You can lock a the rotor and let it sit all day. It will get hot but it won't puke.

Routinely return lumpy bags of pellets to the store and replace them but I have, in the past roasted them with no issue but remember I'm mostly on corn with the pellets to mitigate the clinkers so it's a non issue with me anyway.
I've had a few bags that were only good for floor dry in the past.

Obvious to me that the loaded auger was trying to feed extremely wet fuel. The owner deserves to pay for a service call, he (or she) is an idiot.

Finally, most bags of pellets will have air holes in them so they must stay covered if kept outdoors. I keep mine in the barn but I still cover them with the included plastic overcover that comes with every full pallet. Just common sense to do that. Of course in out current plug and play society, common sense is a rare commodity.
That is good to know on a shaded pole motor. I dont know much about the inner workings of a motor but it makes prefect sense.
 

rickwai

Minister of Fire
Nov 1, 2011
1,074
ohio
You don’t need wet pellets to have this issue. Very powdery pellets will do this over time. As they go up the pressure of the pellets push the powder against the auger and the lignin binds it to the metal and the heat hardens it. I can say I’ve never seen one that packed.
Me neither. It was on a Envirofire Meridian insert. I had only serviced one of these stoves before. Luckily it had a removable auger cover in the hopper. I dont think the auger would pull out the end as tight as it was. I ended up having to chisel that stuff out with a screwdriver thru the 4" hopper opening. Ended up running my thumb nail into the sheet metal edge and ripping the nail back in the process. Had to electrical tape up the thumb to keep from bleeding all over:rolleyes:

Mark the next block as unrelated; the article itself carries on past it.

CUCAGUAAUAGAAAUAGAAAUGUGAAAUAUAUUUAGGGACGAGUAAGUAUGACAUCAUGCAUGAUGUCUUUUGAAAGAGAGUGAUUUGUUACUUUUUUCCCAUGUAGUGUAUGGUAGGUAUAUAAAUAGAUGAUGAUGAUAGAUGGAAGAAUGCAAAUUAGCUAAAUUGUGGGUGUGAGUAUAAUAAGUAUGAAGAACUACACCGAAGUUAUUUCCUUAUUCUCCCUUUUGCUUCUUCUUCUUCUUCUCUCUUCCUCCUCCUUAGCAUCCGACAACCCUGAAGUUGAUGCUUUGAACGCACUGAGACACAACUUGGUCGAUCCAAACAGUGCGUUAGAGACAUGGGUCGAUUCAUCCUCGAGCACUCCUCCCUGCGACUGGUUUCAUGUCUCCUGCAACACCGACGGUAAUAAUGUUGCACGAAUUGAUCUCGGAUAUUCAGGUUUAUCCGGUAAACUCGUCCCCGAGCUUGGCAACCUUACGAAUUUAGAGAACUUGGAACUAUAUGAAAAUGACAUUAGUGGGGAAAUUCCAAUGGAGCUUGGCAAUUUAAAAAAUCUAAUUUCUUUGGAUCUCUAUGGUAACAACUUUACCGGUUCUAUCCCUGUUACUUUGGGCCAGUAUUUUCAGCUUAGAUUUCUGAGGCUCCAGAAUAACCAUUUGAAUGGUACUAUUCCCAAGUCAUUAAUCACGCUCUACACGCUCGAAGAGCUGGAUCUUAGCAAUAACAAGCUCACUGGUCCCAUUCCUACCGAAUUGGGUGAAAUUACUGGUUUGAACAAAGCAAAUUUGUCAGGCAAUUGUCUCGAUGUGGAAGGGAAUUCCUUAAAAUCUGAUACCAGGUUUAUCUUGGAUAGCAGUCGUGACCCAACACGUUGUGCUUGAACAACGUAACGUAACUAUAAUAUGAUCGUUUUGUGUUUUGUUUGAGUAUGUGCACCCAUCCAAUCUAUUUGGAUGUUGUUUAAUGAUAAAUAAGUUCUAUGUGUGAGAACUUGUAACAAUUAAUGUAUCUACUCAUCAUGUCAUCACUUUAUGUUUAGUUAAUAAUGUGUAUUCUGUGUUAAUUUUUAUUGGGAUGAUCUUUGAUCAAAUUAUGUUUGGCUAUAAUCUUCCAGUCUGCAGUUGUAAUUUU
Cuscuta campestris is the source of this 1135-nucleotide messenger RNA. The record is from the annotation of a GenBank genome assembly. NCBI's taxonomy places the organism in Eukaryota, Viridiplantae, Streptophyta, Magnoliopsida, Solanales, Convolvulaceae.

SidecarFlip

Minister of Fire
That is good to know on a shaded pole motor. I dont know much about the inner workings of a motor but it makes prefect sense.
Not much to know actually, field laminations, coil and skewed solid armature. The skewed segments in the solid armature are what imparts rotation to the motor.

One very nice aspect of any shaded pole motor besides the fact that it will never go up in smoke (unless the coil windings short out which is rare is, you can reverse motor rotation by flipping the laminated field 180 degrees are reinstalling it so, if the replacement motor you happen to install in a customer's stove turns the wrong way, just flip the laminations 180 degrees and it will rotate the opposite way. When it's apart, add a couple drops to the front bearing too. The motor will thank you.